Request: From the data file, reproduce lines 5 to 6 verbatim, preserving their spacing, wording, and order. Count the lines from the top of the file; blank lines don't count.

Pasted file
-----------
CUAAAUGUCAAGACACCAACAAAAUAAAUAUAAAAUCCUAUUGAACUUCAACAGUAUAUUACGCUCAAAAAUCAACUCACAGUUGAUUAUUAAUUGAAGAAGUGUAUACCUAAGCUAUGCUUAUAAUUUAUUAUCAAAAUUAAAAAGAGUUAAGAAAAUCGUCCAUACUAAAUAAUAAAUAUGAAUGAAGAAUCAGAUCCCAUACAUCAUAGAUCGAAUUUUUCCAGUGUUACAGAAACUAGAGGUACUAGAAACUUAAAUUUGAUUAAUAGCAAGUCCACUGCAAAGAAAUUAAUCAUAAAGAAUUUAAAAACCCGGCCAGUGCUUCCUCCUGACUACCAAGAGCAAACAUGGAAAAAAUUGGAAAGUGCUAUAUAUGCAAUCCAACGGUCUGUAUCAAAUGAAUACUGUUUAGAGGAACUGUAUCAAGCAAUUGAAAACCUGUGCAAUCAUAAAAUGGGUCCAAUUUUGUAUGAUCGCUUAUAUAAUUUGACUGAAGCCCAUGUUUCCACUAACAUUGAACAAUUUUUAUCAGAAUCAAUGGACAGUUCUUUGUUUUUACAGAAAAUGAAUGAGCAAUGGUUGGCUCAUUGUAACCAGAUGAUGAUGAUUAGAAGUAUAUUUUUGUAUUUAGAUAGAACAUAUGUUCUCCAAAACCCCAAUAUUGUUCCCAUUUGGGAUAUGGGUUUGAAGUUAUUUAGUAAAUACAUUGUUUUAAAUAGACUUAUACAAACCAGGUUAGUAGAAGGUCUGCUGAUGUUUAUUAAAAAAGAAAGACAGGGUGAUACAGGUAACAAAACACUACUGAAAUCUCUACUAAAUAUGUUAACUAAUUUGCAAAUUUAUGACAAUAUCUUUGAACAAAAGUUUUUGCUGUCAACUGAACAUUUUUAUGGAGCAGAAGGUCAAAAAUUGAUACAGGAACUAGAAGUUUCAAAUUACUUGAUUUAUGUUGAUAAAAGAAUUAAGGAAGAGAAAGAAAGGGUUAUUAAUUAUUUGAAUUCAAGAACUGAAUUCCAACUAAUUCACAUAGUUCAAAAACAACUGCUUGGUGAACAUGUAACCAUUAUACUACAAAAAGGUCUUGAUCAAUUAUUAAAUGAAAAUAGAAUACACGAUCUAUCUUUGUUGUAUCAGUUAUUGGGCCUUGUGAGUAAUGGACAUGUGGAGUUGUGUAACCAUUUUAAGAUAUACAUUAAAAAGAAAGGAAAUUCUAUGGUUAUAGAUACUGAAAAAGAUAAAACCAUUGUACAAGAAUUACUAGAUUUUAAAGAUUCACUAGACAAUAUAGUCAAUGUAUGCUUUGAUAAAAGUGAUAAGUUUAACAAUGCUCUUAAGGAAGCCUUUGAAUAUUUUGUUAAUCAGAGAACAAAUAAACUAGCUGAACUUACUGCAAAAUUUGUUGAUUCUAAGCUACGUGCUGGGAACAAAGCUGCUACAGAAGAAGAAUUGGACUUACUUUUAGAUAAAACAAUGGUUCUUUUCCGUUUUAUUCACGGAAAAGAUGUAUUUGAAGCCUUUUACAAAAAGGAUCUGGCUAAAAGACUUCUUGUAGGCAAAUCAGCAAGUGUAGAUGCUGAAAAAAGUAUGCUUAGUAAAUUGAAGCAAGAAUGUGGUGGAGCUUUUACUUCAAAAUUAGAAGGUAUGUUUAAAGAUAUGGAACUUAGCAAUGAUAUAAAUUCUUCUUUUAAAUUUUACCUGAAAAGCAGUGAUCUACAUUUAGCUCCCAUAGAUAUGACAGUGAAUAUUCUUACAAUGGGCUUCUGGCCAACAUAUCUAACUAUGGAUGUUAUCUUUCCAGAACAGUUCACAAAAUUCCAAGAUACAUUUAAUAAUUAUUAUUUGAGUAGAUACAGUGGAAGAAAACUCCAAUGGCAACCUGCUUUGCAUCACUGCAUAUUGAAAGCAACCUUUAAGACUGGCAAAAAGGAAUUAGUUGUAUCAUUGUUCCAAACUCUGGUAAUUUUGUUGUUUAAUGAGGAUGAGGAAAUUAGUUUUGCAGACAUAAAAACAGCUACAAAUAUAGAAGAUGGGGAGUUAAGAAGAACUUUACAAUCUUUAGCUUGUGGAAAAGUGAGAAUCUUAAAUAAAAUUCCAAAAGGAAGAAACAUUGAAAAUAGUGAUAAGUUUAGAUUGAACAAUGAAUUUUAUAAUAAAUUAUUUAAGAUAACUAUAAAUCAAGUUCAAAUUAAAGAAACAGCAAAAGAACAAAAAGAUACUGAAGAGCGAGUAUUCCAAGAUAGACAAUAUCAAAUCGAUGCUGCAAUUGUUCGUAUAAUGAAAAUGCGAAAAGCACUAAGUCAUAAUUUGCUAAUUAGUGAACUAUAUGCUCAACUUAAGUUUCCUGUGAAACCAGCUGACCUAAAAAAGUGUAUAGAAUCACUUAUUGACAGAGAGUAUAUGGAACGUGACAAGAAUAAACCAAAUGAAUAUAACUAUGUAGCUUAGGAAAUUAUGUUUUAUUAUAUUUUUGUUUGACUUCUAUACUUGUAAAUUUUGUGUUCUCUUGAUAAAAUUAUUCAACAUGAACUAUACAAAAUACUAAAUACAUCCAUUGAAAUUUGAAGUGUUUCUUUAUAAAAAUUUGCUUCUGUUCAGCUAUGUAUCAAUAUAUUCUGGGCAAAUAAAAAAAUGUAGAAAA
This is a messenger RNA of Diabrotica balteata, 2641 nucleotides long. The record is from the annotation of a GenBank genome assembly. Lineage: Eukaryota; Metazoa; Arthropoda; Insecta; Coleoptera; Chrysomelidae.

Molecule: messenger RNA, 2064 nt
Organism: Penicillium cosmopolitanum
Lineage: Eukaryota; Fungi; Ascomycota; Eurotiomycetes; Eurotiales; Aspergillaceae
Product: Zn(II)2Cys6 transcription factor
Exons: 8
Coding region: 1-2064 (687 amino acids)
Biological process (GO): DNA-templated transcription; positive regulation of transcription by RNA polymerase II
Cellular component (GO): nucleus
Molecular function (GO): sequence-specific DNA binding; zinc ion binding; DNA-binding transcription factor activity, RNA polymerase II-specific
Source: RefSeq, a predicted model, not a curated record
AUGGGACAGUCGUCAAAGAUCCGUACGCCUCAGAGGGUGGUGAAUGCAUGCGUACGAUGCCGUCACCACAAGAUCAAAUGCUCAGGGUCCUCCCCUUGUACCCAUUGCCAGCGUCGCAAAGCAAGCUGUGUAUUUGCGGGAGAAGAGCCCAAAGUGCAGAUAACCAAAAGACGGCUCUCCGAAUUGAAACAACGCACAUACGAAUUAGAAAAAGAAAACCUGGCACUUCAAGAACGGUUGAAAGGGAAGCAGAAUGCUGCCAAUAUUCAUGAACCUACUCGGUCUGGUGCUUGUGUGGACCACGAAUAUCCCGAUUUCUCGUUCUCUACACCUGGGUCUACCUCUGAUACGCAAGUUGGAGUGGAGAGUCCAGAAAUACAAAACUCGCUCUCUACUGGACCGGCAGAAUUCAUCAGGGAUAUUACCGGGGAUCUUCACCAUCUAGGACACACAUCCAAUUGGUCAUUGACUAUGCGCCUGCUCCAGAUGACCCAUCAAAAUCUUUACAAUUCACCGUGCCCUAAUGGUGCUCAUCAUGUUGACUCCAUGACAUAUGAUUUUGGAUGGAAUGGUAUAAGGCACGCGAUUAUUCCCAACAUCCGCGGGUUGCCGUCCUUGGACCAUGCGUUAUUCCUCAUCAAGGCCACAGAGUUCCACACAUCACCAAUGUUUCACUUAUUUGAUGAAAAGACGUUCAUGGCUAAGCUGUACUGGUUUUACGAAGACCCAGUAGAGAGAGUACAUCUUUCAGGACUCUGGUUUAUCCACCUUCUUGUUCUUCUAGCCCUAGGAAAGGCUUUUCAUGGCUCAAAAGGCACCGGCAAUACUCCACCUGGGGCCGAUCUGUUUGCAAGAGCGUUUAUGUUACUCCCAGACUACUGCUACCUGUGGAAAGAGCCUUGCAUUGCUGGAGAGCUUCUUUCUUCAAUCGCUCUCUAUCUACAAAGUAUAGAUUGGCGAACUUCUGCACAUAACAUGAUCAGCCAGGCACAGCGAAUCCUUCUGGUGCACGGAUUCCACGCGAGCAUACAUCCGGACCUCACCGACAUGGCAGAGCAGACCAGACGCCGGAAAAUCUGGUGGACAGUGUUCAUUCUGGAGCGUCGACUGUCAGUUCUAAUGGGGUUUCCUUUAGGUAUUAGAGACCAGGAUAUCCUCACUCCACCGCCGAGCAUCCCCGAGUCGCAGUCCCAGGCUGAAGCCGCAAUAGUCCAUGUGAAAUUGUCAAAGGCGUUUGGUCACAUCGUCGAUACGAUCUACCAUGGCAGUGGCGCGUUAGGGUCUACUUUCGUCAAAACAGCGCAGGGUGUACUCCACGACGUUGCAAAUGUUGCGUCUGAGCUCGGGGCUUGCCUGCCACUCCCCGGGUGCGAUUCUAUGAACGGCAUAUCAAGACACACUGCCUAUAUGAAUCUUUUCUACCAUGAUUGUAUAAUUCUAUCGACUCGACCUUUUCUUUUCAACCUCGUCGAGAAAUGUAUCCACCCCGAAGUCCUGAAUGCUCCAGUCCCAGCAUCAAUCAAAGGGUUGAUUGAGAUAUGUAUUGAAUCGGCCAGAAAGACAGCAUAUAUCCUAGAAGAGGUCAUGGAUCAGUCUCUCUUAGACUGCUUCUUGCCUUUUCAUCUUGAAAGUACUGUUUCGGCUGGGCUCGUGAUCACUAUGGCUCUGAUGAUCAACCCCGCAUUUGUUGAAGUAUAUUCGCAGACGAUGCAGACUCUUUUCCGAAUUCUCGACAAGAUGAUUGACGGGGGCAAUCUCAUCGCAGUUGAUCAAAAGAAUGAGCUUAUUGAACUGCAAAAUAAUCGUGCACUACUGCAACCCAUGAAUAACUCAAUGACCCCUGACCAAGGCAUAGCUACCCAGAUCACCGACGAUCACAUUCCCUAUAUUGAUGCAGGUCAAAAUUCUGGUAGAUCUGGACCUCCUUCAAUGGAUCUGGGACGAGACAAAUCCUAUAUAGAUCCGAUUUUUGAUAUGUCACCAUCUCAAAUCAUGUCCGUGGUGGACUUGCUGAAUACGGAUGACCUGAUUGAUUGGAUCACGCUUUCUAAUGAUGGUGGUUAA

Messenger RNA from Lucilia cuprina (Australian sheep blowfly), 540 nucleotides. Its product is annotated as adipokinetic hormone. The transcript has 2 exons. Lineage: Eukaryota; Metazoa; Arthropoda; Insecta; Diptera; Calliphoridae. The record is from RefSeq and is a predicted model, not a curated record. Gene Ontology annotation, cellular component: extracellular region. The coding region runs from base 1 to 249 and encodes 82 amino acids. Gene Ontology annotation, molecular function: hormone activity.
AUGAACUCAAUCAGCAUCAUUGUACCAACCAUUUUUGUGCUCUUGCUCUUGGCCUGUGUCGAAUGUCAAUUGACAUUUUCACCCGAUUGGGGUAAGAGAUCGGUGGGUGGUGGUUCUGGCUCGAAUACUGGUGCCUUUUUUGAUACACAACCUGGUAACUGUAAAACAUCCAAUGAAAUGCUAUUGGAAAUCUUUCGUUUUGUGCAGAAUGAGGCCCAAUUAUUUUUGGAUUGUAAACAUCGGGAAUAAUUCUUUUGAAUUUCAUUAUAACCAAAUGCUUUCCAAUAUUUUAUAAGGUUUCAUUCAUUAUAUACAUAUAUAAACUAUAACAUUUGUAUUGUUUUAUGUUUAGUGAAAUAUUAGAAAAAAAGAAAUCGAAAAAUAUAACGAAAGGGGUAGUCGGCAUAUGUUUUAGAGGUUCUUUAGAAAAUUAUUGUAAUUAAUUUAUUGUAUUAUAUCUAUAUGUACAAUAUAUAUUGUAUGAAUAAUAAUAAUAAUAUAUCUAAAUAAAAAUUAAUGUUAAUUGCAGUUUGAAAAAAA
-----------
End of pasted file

Lineage: Eukaryota; Fungi; Ascomycota; Eurotiomycetes; Eurotiales; Aspergillaceae
Product: Zn(II)2Cys6 transcription factor